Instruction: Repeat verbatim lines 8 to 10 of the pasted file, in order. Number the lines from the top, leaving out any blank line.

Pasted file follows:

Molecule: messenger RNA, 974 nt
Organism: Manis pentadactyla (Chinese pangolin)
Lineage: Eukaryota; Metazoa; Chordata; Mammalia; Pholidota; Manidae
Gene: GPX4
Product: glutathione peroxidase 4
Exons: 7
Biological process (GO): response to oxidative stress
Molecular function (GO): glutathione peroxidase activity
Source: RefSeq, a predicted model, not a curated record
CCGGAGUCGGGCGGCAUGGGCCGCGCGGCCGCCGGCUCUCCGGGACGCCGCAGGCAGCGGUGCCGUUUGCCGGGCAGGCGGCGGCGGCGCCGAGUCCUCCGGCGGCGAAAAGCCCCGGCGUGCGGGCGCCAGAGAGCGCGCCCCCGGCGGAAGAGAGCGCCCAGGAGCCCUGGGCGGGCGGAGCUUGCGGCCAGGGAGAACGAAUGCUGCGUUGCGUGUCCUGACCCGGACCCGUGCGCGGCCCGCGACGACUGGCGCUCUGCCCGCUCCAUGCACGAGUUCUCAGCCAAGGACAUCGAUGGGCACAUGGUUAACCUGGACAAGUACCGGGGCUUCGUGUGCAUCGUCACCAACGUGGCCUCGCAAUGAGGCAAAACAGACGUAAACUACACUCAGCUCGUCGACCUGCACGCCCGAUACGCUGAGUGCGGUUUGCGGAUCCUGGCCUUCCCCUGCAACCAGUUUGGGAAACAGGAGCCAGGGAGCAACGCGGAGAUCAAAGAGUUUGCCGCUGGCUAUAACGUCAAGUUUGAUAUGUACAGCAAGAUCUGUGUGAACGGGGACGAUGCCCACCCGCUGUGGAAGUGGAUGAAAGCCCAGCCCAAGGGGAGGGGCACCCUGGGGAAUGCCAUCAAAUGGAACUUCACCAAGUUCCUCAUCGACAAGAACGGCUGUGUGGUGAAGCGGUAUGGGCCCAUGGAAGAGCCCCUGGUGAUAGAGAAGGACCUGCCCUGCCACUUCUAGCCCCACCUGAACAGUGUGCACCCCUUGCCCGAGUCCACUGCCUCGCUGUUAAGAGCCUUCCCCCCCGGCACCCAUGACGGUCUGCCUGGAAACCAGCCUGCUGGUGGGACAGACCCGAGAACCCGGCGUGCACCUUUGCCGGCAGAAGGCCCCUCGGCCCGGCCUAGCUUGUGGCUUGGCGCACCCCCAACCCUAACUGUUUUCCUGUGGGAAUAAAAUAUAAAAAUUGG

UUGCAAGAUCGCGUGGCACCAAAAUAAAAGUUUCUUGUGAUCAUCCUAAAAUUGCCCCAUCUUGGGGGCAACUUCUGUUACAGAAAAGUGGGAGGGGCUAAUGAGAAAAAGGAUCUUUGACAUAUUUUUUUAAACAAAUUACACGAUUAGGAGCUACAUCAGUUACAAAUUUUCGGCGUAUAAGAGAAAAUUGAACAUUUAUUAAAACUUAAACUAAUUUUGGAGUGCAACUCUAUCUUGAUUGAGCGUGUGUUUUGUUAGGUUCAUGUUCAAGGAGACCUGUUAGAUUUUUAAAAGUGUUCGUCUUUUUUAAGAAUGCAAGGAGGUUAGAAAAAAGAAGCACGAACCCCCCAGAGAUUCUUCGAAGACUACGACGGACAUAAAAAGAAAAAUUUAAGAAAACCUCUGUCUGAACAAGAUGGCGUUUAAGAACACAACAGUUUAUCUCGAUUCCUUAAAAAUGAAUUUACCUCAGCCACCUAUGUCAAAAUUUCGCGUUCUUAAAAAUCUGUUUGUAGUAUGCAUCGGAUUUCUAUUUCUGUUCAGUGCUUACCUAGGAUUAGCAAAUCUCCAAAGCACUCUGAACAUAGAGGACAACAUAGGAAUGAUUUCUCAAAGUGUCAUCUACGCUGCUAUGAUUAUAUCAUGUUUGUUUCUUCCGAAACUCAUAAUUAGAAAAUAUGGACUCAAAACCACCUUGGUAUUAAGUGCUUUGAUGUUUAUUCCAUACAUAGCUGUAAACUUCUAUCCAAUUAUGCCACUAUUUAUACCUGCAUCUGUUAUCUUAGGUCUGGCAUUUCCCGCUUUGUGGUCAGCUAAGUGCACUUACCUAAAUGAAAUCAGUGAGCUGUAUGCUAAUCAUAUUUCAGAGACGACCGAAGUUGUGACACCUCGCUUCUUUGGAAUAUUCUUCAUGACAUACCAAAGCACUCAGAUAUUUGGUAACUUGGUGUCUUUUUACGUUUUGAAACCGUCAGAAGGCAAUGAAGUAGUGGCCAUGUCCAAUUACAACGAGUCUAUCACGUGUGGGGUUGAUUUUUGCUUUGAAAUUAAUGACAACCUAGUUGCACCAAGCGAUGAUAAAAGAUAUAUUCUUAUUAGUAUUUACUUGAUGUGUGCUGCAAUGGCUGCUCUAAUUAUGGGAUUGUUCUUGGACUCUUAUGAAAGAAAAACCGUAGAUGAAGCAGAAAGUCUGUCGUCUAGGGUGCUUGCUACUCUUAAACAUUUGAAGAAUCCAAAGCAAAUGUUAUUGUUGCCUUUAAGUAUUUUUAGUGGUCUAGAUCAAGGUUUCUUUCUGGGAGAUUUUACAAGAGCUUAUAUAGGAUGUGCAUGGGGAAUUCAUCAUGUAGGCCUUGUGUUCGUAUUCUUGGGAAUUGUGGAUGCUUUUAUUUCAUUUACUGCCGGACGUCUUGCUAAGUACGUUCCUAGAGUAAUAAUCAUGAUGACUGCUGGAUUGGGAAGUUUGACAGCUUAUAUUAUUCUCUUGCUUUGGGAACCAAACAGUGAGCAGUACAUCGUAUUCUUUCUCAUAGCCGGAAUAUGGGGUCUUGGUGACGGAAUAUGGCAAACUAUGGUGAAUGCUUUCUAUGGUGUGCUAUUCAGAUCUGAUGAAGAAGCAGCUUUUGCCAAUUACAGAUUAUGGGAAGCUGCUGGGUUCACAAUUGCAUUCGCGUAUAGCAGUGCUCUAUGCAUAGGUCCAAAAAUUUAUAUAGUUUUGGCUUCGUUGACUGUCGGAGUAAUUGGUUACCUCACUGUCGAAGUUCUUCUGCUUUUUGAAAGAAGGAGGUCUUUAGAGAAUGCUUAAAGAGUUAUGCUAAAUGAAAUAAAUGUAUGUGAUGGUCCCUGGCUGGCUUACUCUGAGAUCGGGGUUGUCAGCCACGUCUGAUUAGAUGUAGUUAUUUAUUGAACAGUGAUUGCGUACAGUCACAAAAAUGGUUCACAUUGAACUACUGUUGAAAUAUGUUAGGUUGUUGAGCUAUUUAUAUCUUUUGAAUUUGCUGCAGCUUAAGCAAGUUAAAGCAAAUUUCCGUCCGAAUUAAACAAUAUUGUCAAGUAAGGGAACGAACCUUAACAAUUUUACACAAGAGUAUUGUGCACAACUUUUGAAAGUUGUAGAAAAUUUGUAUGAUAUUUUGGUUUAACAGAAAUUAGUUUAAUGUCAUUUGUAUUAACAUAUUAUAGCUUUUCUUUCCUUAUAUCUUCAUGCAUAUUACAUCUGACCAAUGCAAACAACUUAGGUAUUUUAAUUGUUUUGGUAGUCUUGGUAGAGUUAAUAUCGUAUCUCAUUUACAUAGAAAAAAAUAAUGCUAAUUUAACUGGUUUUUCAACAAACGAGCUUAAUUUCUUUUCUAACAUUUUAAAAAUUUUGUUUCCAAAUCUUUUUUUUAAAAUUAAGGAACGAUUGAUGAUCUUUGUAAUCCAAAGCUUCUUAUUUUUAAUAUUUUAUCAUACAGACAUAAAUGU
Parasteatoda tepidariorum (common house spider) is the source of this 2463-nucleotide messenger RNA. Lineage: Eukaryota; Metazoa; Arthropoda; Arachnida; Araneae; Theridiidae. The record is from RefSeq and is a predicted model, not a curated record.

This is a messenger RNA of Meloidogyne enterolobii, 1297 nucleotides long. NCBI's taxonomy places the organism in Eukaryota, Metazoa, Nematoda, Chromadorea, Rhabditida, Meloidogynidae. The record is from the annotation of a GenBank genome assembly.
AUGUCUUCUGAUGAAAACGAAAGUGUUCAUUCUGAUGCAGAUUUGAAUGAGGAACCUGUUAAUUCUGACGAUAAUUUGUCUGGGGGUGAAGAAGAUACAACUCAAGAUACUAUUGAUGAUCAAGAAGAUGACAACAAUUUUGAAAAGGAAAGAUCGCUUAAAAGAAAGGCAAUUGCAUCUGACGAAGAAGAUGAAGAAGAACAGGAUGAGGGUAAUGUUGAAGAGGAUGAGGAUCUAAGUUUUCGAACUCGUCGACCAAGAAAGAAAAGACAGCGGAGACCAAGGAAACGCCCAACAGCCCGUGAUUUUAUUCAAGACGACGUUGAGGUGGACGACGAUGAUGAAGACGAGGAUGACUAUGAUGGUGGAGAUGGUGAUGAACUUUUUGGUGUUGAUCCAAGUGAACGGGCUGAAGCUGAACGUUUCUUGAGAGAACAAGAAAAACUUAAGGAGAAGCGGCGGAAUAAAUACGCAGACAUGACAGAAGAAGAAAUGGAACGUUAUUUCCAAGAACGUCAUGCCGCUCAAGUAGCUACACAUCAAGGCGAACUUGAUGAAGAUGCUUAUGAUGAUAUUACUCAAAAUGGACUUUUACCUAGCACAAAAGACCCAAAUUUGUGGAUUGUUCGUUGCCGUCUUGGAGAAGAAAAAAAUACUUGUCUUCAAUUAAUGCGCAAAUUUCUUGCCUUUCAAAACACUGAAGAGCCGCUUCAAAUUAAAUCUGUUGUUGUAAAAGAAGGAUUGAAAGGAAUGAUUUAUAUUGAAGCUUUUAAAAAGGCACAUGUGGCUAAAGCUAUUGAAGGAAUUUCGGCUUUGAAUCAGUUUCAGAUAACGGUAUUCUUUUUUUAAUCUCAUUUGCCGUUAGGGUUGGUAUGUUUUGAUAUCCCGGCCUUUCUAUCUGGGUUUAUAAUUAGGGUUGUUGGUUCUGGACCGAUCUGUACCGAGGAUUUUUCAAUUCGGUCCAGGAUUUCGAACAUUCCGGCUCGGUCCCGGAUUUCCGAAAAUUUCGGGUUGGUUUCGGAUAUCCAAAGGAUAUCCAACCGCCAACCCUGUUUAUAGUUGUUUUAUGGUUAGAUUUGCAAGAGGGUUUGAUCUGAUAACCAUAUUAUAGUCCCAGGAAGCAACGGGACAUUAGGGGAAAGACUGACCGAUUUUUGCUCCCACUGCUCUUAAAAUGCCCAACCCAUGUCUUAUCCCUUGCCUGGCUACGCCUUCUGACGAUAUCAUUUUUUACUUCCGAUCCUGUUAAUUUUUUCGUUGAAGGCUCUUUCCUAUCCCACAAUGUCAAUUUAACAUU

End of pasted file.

Molecular function (GO): glutathione peroxidase activity
Source: RefSeq, a predicted model, not a curated record
CCGGAGUCGGGCGGCAUGGGCCGCGCGGCCGCCGGCUCUCCGGGACGCCGCAGGCAGCGGUGCCGUUUGCCGGGCAGGCGGCGGCGGCGCCGAGUCCUCCGGCGGCGAAAAGCCCCGGCGUGCGGGCGCCAGAGAGCGCGCCCCCGGCGGAAGAGAGCGCCCAGGAGCCCUGGGCGGGCGGAGCUUGCGGCCAGGGAGAACGAAUGCUGCGUUGCGUGUCCUGACCCGGACCCGUGCGCGGCCCGCGACGACUGGCGCUCUGCCCGCUCCAUGCACGAGUUCUCAGCCAAGGACAUCGAUGGGCACAUGGUUAACCUGGACAAGUACCGGGGCUUCGUGUGCAUCGUCACCAACGUGGCCUCGCAAUGAGGCAAAACAGACGUAAACUACACUCAGCUCGUCGACCUGCACGCCCGAUACGCUGAGUGCGGUUUGCGGAUCCUGGCCUUCCCCUGCAACCAGUUUGGGAAACAGGAGCCAGGGAGCAACGCGGAGAUCAAAGAGUUUGCCGCUGGCUAUAACGUCAAGUUUGAUAUGUACAGCAAGAUCUGUGUGAACGGGGACGAUGCCCACCCGCUGUGGAAGUGGAUGAAAGCCCAGCCCAAGGGGAGGGGCACCCUGGGGAAUGCCAUCAAAUGGAACUUCACCAAGUUCCUCAUCGACAAGAACGGCUGUGUGGUGAAGCGGUAUGGGCCCAUGGAAGAGCCCCUGGUGAUAGAGAAGGACCUGCCCUGCCACUUCUAGCCCCACCUGAACAGUGUGCACCCCUUGCCCGAGUCCACUGCCUCGCUGUUAAGAGCCUUCCCCCCCGGCACCCAUGACGGUCUGCCUGGAAACCAGCCUGCUGGUGGGACAGACCCGAGAACCCGGCGUGCACCUUUGCCGGCAGAAGGCCCCUCGGCCCGGCCUAGCUUGUGGCUUGGCGCACCCCCAACCCUAACUGUUUUCCUGUGGGAAUAAAAUAUAAAAAUUGG